Ruminating is a fancy word for having the same negative thoughts going round and round in your head like a broken record. If the thoughts are about the past, they are often about mistakes you think you made, or about feelings of guilt or regret for past decisions. These repetitive thoughts have been found to be associated with depression, in that they can lead to depression or they can make a current depression worse. If the thoughts are about the future, such as “what if such and such happens," they are associated with anxiety.
We all have repetitive thoughts that run through our minds at times, especially when we have a problem we are trying to solve, but rumination is different in that it does not help find answers or solve problems and it can become a habit.
Just like picking at a scab prevents a sore from healing, ruminating makes depression or anxiety worse. It’s easy to fall into the trap of ruminating because thinking the same negative thought over and over again can lead to an avalanche of many negative thoughts. It can be difficult to end this process, but the effort is well worth it.
- Begin to keep track of when and where you ruminate so you will recognize the cues or triggers. Is it mostly in the morning or at night?When you are tired? When you are stressed or sad? When you hear certain music? Watch certain TV programs? Have certain physical sensations?
- Exercises and techniques associated with mindfulness, meditation and breathing are effective in distracting you and helping you to re-focus.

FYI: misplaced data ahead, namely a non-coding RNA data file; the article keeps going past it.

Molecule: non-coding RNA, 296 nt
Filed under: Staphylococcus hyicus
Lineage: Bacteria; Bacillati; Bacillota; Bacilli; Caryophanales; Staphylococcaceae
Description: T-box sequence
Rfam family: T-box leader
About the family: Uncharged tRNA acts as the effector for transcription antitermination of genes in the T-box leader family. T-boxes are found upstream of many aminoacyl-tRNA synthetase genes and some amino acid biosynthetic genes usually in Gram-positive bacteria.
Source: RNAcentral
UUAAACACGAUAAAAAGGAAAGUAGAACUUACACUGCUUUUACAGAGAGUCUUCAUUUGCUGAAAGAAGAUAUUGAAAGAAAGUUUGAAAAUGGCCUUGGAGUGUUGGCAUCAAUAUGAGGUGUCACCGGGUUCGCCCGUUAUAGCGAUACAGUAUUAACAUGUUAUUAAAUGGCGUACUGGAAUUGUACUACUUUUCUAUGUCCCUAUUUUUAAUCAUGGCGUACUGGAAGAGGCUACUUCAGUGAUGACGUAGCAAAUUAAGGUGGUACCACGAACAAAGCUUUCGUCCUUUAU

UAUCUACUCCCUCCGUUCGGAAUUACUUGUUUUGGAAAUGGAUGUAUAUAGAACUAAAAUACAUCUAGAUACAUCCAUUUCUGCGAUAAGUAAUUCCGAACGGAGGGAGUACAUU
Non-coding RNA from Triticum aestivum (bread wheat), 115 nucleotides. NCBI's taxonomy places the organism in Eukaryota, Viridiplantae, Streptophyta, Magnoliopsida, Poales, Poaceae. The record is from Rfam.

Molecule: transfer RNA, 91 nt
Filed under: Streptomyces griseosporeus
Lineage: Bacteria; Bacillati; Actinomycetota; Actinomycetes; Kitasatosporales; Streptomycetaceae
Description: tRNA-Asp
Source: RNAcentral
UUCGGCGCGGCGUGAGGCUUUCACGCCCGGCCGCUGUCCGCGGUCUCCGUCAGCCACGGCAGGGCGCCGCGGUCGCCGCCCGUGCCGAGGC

- The moment you recognize that something is running over and over again in your mind, do something to break the cycle immediately.There are many ways you can distract yourself:
- Wear a rubber band around your wrist and snap it to literally "snap out of it.”
- Change the music or the channel.
- Sing out loud.
- Say a prayer or an affirmation (the Serenity Prayer is good for this).
- Call a friend.
- Play a short (one to five minutes) timed game on your phone or computer.
- Schedule a specific time each day to "worry" for 10 to 30 minutes, but not first thing in morning or at bedtime.
- Keep a small kaleidoscope nearby and use it when you want to break up your thoughts.
- Start to substitute positive thoughts to take the place of the negative thoughts. Nature abhors a vacuum, so actively and deliberately fold positive thoughts into your mind to replace negative thoughts.
At first it might be difficult for you to identify any positive thoughts. Maybe a friend or relative can help you find at least four positive things about you or your life
Begin to focus on those four positive things. Write down the good things you know about yourself and your life and carry that list around with you so it is always handy.
Remember: our thoughts are very powerful, and as you begin to change them, you change your life.